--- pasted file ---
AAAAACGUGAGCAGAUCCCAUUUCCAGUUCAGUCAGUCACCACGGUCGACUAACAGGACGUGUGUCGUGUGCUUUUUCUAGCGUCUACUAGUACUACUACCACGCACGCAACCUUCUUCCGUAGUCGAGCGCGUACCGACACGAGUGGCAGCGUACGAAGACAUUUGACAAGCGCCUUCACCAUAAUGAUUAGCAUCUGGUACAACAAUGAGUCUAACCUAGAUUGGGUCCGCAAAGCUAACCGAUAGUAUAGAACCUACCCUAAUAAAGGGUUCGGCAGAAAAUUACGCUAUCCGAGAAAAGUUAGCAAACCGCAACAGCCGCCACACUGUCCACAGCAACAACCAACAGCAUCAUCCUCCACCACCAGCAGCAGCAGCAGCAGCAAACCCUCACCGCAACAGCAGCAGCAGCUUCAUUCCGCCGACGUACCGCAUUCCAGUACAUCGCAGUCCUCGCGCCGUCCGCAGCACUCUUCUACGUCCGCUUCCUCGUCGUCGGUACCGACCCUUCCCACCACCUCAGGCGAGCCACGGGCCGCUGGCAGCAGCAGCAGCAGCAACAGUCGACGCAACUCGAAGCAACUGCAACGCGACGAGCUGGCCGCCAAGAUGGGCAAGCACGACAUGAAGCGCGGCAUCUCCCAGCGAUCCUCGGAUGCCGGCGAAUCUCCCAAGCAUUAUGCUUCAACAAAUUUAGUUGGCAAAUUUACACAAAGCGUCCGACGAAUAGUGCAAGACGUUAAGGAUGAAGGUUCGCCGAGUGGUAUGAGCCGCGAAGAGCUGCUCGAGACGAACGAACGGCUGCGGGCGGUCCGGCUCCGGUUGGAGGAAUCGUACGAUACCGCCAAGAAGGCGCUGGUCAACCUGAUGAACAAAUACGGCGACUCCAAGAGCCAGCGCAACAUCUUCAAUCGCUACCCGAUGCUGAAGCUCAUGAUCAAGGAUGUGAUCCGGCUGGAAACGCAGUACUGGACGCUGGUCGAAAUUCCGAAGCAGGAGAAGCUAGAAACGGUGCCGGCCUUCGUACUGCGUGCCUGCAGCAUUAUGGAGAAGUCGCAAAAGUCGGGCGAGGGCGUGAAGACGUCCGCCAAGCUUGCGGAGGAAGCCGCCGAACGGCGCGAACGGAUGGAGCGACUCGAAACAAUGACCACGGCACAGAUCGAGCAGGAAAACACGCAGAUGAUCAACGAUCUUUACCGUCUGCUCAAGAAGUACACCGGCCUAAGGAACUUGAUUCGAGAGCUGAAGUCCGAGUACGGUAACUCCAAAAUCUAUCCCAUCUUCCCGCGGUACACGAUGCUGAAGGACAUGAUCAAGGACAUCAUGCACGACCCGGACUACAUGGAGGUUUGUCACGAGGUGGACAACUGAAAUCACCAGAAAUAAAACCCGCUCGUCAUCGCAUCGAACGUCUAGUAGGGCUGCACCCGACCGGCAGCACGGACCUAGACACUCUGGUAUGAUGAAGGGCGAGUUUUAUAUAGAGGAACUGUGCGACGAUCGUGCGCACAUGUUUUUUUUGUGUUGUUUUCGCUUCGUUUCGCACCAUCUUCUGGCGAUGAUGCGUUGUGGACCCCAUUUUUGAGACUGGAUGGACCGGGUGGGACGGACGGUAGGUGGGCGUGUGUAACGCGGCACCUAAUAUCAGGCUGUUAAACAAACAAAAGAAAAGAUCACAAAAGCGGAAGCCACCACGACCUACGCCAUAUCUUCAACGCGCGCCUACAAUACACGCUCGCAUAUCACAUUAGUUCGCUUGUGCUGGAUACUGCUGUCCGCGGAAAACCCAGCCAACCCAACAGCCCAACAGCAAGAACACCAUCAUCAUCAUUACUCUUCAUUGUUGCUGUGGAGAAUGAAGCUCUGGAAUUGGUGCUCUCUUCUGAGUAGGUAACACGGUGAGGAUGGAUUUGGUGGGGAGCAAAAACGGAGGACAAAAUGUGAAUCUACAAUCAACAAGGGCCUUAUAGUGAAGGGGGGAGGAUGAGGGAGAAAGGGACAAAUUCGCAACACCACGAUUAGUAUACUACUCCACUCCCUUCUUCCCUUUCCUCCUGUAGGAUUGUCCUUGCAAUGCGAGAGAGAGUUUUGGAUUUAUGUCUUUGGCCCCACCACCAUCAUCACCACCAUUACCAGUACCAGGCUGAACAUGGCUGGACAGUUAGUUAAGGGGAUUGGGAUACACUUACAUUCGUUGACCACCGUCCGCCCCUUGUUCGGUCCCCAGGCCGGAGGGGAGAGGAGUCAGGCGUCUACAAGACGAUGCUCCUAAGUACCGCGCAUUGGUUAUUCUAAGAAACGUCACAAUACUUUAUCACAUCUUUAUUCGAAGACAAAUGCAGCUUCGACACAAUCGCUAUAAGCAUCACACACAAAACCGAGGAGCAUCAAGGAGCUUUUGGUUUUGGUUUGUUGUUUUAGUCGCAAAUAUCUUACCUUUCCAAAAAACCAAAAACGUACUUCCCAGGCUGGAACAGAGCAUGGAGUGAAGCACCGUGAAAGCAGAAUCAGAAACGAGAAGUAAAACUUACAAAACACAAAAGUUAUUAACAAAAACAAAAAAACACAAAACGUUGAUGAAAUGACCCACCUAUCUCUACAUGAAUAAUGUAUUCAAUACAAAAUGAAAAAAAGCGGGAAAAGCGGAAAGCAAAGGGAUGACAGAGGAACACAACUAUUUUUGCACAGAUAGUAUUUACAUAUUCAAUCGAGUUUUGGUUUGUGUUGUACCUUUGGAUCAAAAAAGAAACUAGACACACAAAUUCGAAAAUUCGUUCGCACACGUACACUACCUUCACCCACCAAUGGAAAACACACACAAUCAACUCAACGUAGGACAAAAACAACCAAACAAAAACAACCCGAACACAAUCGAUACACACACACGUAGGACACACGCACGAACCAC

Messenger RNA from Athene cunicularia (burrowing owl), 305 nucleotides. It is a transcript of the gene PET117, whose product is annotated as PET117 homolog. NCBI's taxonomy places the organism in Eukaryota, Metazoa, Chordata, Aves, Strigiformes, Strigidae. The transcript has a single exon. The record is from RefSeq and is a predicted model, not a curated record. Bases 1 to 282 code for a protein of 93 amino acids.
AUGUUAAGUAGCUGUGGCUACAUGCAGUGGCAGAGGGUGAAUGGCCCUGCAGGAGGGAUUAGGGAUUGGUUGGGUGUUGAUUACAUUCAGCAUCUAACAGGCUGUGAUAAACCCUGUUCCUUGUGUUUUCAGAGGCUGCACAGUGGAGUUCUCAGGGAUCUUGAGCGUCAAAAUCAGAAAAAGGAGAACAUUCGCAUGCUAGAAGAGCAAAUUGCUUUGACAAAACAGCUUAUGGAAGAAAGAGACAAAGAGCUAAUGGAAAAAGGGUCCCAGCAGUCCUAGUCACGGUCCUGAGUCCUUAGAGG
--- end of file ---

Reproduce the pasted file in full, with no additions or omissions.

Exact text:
AAAAACGUGAGCAGAUCCCAUUUCCAGUUCAGUCAGUCACCACGGUCGACUAACAGGACGUGUGUCGUGUGCUUUUUCUAGCGUCUACUAGUACUACUACCACGCACGCAACCUUCUUCCGUAGUCGAGCGCGUACCGACACGAGUGGCAGCGUACGAAGACAUUUGACAAGCGCCUUCACCAUAAUGAUUAGCAUCUGGUACAACAAUGAGUCUAACCUAGAUUGGGUCCGCAAAGCUAACCGAUAGUAUAGAACCUACCCUAAUAAAGGGUUCGGCAGAAAAUUACGCUAUCCGAGAAAAGUUAGCAAACCGCAACAGCCGCCACACUGUCCACAGCAACAACCAACAGCAUCAUCCUCCACCACCAGCAGCAGCAGCAGCAGCAAACCCUCACCGCAACAGCAGCAGCAGCUUCAUUCCGCCGACGUACCGCAUUCCAGUACAUCGCAGUCCUCGCGCCGUCCGCAGCACUCUUCUACGUCCGCUUCCUCGUCGUCGGUACCGACCCUUCCCACCACCUCAGGCGAGCCACGGGCCGCUGGCAGCAGCAGCAGCAGCAACAGUCGACGCAACUCGAAGCAACUGCAACGCGACGAGCUGGCCGCCAAGAUGGGCAAGCACGACAUGAAGCGCGGCAUCUCCCAGCGAUCCUCGGAUGCCGGCGAAUCUCCCAAGCAUUAUGCUUCAACAAAUUUAGUUGGCAAAUUUACACAAAGCGUCCGACGAAUAGUGCAAGACGUUAAGGAUGAAGGUUCGCCGAGUGGUAUGAGCCGCGAAGAGCUGCUCGAGACGAACGAACGGCUGCGGGCGGUCCGGCUCCGGUUGGAGGAAUCGUACGAUACCGCCAAGAAGGCGCUGGUCAACCUGAUGAACAAAUACGGCGACUCCAAGAGCCAGCGCAACAUCUUCAAUCGCUACCCGAUGCUGAAGCUCAUGAUCAAGGAUGUGAUCCGGCUGGAAACGCAGUACUGGACGCUGGUCGAAAUUCCGAAGCAGGAGAAGCUAGAAACGGUGCCGGCCUUCGUACUGCGUGCCUGCAGCAUUAUGGAGAAGUCGCAAAAGUCGGGCGAGGGCGUGAAGACGUCCGCCAAGCUUGCGGAGGAAGCCGCCGAACGGCGCGAACGGAUGGAGCGACUCGAAACAAUGACCACGGCACAGAUCGAGCAGGAAAACACGCAGAUGAUCAACGAUCUUUACCGUCUGCUCAAGAAGUACACCGGCCUAAGGAACUUGAUUCGAGAGCUGAAGUCCGAGUACGGUAACUCCAAAAUCUAUCCCAUCUUCCCGCGGUACACGAUGCUGAAGGACAUGAUCAAGGACAUCAUGCACGACCCGGACUACAUGGAGGUUUGUCACGAGGUGGACAACUGAAAUCACCAGAAAUAAAACCCGCUCGUCAUCGCAUCGAACGUCUAGUAGGGCUGCACCCGACCGGCAGCACGGACCUAGACACUCUGGUAUGAUGAAGGGCGAGUUUUAUAUAGAGGAACUGUGCGACGAUCGUGCGCACAUGUUUUUUUUGUGUUGUUUUCGCUUCGUUUCGCACCAUCUUCUGGCGAUGAUGCGUUGUGGACCCCAUUUUUGAGACUGGAUGGACCGGGUGGGACGGACGGUAGGUGGGCGUGUGUAACGCGGCACCUAAUAUCAGGCUGUUAAACAAACAAAAGAAAAGAUCACAAAAGCGGAAGCCACCACGACCUACGCCAUAUCUUCAACGCGCGCCUACAAUACACGCUCGCAUAUCACAUUAGUUCGCUUGUGCUGGAUACUGCUGUCCGCGGAAAACCCAGCCAACCCAACAGCCCAACAGCAAGAACACCAUCAUCAUCAUUACUCUUCAUUGUUGCUGUGGAGAAUGAAGCUCUGGAAUUGGUGCUCUCUUCUGAGUAGGUAACACGGUGAGGAUGGAUUUGGUGGGGAGCAAAAACGGAGGACAAAAUGUGAAUCUACAAUCAACAAGGGCCUUAUAGUGAAGGGGGGAGGAUGAGGGAGAAAGGGACAAAUUCGCAACACCACGAUUAGUAUACUACUCCACUCCCUUCUUCCCUUUCCUCCUGUAGGAUUGUCCUUGCAAUGCGAGAGAGAGUUUUGGAUUUAUGUCUUUGGCCCCACCACCAUCAUCACCACCAUUACCAGUACCAGGCUGAACAUGGCUGGACAGUUAGUUAAGGGGAUUGGGAUACACUUACAUUCGUUGACCACCGUCCGCCCCUUGUUCGGUCCCCAGGCCGGAGGGGAGAGGAGUCAGGCGUCUACAAGACGAUGCUCCUAAGUACCGCGCAUUGGUUAUUCUAAGAAACGUCACAAUACUUUAUCACAUCUUUAUUCGAAGACAAAUGCAGCUUCGACACAAUCGCUAUAAGCAUCACACACAAAACCGAGGAGCAUCAAGGAGCUUUUGGUUUUGGUUUGUUGUUUUAGUCGCAAAUAUCUUACCUUUCCAAAAAACCAAAAACGUACUUCCCAGGCUGGAACAGAGCAUGGAGUGAAGCACCGUGAAAGCAGAAUCAGAAACGAGAAGUAAAACUUACAAAACACAAAAGUUAUUAACAAAAACAAAAAAACACAAAACGUUGAUGAAAUGACCCACCUAUCUCUACAUGAAUAAUGUAUUCAAUACAAAAUGAAAAAAAGCGGGAAAAGCGGAAAGCAAAGGGAUGACAGAGGAACACAACUAUUUUUGCACAGAUAGUAUUUACAUAUUCAAUCGAGUUUUGGUUUGUGUUGUACCUUUGGAUCAAAAAAGAAACUAGACACACAAAUUCGAAAAUUCGUUCGCACACGUACACUACCUUCACCCACCAAUGGAAAACACACACAAUCAACUCAACGUAGGACAAAAACAACCAAACAAAAACAACCCGAACACAAUCGAUACACACACACGUAGGACACACGCACGAACCAC

Messenger RNA from Athene cunicularia (burrowing owl), 305 nucleotides. It is a transcript of the gene PET117, whose product is annotated as PET117 homolog. NCBI's taxonomy places the organism in Eukaryota, Metazoa, Chordata, Aves, Strigiformes, Strigidae. The transcript has a single exon. The record is from RefSeq and is a predicted model, not a curated record. Bases 1 to 282 code for a protein of 93 amino acids.
AUGUUAAGUAGCUGUGGCUACAUGCAGUGGCAGAGGGUGAAUGGCCCUGCAGGAGGGAUUAGGGAUUGGUUGGGUGUUGAUUACAUUCAGCAUCUAACAGGCUGUGAUAAACCCUGUUCCUUGUGUUUUCAGAGGCUGCACAGUGGAGUUCUCAGGGAUCUUGAGCGUCAAAAUCAGAAAAAGGAGAACAUUCGCAUGCUAGAAGAGCAAAUUGCUUUGACAAAACAGCUUAUGGAAGAAAGAGACAAAGAGCUAAUGGAAAAAGGGUCCCAGCAGUCCUAGUCACGGUCCUGAGUCCUUAGAGG